Eric Goldman was interviewed by NPR on a recent 9th Circuit Court of Appeals ruling that Snapchat can be sued over a fatal car crash when 3 teens who were using the app crashed; by Yahoo News on the decision by Facebook to continue the network’s ban on Trump by at least 6 more months; by SF Weekly about online privacy rights; by KQED’s Morning Edition about a 1995 cyberattack on Ken Zeran where the attacker has never been identified; by CQ Press about reining in big tech (subscription required to read); by Modern Retail on a recent court ruling that held Amazon liable for a defective product sold by a third-party seller; and by the Kansas City Star about Senator Josh Hawley’s new book where he discussed Section 230. Professor Goldman was also quoted by the Washington Post in two articles about a new Florida law that bars social media companies from blocking political candidates; and also was interviewed by WBAL-AM about the Florida law.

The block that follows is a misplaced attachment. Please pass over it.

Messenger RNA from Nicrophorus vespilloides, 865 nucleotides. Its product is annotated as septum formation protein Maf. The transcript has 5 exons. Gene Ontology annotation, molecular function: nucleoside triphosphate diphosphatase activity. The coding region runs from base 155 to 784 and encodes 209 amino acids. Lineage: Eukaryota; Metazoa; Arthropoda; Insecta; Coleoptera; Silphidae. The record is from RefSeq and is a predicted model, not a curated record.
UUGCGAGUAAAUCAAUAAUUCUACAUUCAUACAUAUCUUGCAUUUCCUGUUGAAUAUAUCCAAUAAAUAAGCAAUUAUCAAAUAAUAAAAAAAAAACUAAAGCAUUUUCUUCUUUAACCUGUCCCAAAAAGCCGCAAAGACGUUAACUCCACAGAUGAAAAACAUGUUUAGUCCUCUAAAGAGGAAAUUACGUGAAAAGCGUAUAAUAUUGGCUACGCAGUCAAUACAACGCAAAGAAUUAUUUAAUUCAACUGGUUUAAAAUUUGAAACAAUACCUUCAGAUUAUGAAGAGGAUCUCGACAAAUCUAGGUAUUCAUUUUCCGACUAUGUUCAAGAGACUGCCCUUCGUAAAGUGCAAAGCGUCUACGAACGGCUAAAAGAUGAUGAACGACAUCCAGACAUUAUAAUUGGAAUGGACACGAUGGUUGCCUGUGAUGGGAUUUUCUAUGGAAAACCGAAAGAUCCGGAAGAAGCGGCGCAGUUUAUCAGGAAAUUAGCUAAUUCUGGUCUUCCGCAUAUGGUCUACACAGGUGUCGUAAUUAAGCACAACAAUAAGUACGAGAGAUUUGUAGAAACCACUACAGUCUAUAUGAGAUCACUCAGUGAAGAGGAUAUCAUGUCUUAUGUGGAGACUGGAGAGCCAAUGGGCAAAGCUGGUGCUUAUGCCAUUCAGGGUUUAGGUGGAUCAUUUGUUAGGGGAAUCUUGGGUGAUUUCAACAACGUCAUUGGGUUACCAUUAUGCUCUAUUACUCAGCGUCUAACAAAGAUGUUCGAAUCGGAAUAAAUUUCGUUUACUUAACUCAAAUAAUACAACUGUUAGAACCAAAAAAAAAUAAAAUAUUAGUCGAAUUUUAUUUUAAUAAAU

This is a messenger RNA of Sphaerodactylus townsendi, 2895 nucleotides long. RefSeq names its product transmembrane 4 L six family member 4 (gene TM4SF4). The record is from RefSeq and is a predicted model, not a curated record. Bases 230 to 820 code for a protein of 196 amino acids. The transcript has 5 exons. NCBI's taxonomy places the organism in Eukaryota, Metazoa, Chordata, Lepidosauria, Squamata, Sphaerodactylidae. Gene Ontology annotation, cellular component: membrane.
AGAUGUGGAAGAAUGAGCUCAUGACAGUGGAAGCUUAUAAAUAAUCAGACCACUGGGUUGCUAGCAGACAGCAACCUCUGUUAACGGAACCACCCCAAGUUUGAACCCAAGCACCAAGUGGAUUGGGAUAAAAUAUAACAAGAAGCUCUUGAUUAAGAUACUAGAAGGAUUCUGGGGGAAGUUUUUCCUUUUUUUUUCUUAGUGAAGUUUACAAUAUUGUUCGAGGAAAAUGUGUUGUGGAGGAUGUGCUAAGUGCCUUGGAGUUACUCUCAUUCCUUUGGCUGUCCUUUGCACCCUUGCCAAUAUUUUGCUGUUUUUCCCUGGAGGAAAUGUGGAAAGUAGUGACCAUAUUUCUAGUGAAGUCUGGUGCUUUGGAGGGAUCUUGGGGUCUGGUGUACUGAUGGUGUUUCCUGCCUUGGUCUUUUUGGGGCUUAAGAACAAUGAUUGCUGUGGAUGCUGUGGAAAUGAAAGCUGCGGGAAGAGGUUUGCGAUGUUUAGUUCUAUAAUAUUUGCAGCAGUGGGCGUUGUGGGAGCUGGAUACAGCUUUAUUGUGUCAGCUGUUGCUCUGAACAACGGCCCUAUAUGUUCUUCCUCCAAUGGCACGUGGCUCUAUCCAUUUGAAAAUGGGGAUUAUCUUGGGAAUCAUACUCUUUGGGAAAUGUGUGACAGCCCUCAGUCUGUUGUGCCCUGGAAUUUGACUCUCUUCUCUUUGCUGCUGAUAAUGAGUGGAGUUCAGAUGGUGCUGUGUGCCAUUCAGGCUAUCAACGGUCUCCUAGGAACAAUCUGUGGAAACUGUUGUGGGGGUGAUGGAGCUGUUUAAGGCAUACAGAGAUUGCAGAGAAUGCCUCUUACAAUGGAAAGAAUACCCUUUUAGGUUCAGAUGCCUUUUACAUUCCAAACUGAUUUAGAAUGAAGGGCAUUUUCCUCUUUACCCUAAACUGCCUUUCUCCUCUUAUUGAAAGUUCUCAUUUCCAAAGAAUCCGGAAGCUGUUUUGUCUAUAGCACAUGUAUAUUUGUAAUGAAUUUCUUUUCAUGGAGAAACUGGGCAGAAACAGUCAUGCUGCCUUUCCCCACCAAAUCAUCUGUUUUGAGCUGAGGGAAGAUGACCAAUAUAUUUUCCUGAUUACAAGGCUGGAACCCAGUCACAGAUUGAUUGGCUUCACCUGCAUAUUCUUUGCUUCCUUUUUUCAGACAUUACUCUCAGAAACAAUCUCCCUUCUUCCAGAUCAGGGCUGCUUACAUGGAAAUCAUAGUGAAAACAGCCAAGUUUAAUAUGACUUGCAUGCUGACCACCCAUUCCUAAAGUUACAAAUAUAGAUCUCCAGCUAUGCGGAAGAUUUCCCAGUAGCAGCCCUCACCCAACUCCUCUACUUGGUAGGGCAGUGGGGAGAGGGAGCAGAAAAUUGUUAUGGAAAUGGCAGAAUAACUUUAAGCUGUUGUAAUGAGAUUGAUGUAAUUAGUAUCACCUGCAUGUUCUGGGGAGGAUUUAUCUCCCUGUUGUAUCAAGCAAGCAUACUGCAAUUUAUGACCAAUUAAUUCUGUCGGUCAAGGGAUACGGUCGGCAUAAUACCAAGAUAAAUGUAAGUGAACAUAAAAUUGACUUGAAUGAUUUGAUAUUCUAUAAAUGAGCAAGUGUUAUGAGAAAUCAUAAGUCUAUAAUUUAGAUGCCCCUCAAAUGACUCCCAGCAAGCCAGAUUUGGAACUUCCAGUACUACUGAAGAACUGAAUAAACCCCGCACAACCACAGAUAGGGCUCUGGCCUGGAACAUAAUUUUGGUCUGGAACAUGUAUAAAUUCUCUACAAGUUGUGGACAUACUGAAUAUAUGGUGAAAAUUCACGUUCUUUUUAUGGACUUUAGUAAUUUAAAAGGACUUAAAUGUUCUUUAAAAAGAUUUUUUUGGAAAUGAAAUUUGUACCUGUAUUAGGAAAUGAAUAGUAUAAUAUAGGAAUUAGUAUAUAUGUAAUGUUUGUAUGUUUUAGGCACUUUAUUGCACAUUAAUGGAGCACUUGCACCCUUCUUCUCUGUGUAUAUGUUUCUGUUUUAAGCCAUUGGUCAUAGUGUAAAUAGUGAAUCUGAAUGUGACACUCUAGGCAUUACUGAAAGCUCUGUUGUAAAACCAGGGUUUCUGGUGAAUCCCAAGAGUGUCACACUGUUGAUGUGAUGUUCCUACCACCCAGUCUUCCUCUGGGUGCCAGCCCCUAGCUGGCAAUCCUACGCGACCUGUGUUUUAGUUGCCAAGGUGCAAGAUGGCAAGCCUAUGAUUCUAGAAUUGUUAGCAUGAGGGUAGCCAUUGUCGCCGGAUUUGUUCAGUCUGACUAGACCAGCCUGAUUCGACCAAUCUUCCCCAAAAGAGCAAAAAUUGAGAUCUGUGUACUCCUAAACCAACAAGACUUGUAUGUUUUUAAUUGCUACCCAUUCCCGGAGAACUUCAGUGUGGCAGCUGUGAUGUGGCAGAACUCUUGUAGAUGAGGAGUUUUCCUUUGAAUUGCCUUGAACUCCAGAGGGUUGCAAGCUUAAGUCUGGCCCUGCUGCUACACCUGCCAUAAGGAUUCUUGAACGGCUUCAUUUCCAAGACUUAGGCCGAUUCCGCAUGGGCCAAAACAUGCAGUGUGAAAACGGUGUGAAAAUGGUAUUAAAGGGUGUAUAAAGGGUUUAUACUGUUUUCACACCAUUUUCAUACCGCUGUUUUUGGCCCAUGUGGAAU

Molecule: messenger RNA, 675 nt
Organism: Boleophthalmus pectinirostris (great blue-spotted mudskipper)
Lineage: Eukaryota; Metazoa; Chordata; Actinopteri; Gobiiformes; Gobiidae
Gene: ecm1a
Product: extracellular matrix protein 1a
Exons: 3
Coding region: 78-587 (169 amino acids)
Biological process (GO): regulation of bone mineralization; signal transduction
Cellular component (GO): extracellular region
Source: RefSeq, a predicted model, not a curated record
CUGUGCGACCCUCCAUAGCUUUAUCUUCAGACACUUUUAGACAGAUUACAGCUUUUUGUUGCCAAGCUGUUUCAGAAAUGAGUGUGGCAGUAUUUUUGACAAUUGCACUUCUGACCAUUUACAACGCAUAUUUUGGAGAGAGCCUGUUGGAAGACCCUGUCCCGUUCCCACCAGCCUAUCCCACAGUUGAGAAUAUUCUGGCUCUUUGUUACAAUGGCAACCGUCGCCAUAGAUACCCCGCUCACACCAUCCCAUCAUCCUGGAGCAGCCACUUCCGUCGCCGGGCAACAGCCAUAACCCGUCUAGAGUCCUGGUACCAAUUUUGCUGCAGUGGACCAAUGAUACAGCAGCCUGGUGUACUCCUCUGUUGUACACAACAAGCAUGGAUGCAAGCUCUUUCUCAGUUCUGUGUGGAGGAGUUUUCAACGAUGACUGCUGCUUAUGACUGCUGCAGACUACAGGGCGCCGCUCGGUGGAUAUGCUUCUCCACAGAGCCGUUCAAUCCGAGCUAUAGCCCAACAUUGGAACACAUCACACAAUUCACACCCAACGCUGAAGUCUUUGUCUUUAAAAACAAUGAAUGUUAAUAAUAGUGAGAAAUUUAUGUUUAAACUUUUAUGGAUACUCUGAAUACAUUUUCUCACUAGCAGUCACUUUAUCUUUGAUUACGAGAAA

Eric Goldman, a professor at Santa Clara University Law School in California, described the (Florida) bill as bad policy and warned that some of its provisions are “obviously unconstitutional” because they restrict the editorial discretion of online publishers. He said some aspects of the law also would be preempted by a federal Internet law known as Section 230 that shields Internet companies from lawsuits over posts, photos and other content shared on their services.
“I see this bill as purely performative; it was never designed to be law but simply to send a message to voters,” Goldman said in an interview.